18 October 2017

Liberia: Former Ulimo-K Commander Mohammed Jabateh Trial Goes to the Jury

Philadelphia, Pa — Federal judge Paul S. Diamond sent Mohammed Jabateh's case to the jury Tuesday, urging them to consider all evidence provided in the case, as U. S. prosecutors and Jabateh's defense attorney presented their final arguments.

Mohammed Jabateh also known as General Jungle Jabbah, kept his eyes on the jury as the federal judge read hour-long final instructions to the 12 person jury and 4 alternate jurors.

Jabateh is under federal charges for immigration fraud and perjury from his 1999 and 2011 asylum and green card applications in Philadelphia.

U. S. authorities have charged Jabateh was a ruthless rebel commander who rampaged villages during the civil war between 1992 and 1994.

Authorities charged that under his command, rebels in the ULIMO-K faction committed a wide range of war crimes including murder, rape, torture, cannibalism and enlisting child soldiers and sex slaves.

The judge reminded the jury that all jurors must agree for the verdict to stand.

"Whatever your verdict is, it must be unanimous on whatever you agree on, or there is no verdict," instructed the judge.

"Your job is to apply the law as I give it to you through this fact," he added.

"The defendant Mohammed Jabateh is not on trial for any other crimes."

"The defendant is on trial for immigration fraud and perjury. You must consider all the evidence presented in this trial - direct or circumstantial - or credible and believable."

Jabateh has pleaded not guilty to charges that he lied in his immigration applications and to immigration adjudication officers when he benefited from the United States asylum program.

His legal counsel Gregory Pagano on Tuesday stepped up his strategy to question the credibility of the government's witnesses and the Liberian human rights group that helped find victims.

Pagano questioned Global Justice's role in the two and half week old trial.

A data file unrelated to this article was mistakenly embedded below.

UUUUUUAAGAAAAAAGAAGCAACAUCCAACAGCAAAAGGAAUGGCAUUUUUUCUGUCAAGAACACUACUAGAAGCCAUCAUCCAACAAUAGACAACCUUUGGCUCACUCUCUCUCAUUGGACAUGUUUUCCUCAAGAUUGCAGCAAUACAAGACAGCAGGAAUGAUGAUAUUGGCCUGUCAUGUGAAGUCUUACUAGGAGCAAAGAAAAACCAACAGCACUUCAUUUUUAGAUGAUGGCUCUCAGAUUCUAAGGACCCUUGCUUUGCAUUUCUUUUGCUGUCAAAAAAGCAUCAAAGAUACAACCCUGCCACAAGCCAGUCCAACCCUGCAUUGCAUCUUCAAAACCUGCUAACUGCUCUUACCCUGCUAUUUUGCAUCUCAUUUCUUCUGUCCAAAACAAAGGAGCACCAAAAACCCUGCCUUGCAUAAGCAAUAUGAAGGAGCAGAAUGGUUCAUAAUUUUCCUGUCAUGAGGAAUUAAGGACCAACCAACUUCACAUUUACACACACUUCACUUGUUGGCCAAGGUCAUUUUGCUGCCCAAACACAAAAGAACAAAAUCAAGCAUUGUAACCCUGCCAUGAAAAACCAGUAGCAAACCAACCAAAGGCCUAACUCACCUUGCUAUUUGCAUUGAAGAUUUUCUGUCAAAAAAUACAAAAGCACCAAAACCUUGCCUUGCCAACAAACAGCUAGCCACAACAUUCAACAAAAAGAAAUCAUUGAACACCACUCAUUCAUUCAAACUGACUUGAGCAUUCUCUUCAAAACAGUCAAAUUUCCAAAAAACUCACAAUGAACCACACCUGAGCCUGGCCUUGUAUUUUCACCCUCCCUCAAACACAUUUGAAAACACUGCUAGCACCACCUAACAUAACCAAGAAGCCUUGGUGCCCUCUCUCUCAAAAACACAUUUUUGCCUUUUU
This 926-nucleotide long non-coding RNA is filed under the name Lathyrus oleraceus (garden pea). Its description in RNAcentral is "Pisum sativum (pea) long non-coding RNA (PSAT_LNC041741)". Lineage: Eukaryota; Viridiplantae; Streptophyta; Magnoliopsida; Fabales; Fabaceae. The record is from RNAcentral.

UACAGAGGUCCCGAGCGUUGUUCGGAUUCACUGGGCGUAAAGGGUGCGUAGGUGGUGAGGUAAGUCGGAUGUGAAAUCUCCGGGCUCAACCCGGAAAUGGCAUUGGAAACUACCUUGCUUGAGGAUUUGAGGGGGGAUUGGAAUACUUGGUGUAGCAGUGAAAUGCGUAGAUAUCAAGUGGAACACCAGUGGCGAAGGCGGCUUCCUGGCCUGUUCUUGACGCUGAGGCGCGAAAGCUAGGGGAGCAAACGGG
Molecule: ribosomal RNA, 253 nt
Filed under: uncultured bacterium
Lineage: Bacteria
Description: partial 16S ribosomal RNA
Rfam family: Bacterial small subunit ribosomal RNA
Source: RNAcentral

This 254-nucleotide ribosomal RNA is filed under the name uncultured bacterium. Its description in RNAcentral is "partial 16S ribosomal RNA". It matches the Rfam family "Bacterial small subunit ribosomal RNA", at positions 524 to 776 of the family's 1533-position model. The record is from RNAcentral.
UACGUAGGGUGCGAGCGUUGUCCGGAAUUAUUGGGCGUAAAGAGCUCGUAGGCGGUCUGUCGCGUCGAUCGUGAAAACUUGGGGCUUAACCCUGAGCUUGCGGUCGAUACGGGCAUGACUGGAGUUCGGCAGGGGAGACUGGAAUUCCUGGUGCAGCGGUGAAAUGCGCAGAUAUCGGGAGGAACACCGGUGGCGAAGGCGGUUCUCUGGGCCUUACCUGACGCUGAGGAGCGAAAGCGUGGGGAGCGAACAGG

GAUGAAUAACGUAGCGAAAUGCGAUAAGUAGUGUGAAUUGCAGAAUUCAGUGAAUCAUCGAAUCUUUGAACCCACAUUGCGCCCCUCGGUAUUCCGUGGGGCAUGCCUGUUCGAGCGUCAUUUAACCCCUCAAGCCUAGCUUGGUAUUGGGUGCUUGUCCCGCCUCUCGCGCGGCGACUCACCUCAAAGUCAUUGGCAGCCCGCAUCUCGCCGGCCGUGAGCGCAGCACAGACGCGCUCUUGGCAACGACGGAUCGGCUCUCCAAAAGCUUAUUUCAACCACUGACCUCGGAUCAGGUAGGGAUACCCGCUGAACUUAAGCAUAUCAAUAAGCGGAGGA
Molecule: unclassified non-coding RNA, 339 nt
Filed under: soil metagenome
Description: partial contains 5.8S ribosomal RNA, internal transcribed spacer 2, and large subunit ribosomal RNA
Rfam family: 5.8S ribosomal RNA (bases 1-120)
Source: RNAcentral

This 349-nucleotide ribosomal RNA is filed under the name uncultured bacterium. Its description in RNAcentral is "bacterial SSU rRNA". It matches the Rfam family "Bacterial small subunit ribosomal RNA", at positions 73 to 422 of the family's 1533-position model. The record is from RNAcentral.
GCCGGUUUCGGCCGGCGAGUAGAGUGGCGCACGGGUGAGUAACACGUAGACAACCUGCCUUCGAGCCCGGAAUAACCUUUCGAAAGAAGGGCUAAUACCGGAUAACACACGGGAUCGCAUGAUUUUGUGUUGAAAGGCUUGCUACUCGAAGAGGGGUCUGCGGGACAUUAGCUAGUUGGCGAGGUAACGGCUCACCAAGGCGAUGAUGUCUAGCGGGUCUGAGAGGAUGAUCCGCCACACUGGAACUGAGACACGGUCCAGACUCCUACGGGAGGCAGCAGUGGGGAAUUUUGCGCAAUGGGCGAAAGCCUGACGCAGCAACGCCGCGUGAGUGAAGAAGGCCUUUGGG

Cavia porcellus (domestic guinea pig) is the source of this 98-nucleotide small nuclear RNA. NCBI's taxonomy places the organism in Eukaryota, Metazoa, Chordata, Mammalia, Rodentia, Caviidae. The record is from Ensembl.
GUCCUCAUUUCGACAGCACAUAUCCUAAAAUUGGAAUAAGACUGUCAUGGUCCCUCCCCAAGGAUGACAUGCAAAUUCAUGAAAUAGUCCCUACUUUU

"We don't know its political motives, we don't know who's paying for it."

If there's s one common thread in these witnesses, its this Global Justice. Each and every witness is funneled to our govt by them.

Attorney Pagano then took a wild swing at prosecutors, saying, "these good men have been hoodwinked.

These good men have been emotionally vested in this case - not that they have anyting to gain.

But the time, money that's been put into this investigation is unlike anything I've seen before. They've been to Liberia 5 times, were prepared to go a 6th."

Continuing his accusations, he said "with a contingent of agents and translators, etc. Hassan Bility could have been brought here and put under oath and been asked to explain how he identified these witnesses."

In his rebuttal, prosecutor L. C. Wright went after Pagano for urging jurors to take into consideration the absence of DNA data, such as forensic, bones and other physical evidence.

"Forensics? You don't need bones to say that the person is dead. When they say they heard the shots and then their cousin was dead?

What do you need bones for?

As a result of that conflict, you can probably find bones all over Liberia. That's a tragedy.

There were dogs eating people in the street. We need to recover bones for DNA for who, for what?

It came from the mouths of witnesses."

The federal judge blasted defense counsel Pagano for asking the jury to consider a fact that was never introduced in the trial - such as Global Justice's role.

"You had the opportunity to examine that fact and the opportunity to recall the witnesses if you wanted to."

"I granted you that opportunity, instead you came in and put Global Justice on trial, " pointed Judge Diamond.

Jurors will continue to deliberate until they form a unanimous verdict.

Liberia

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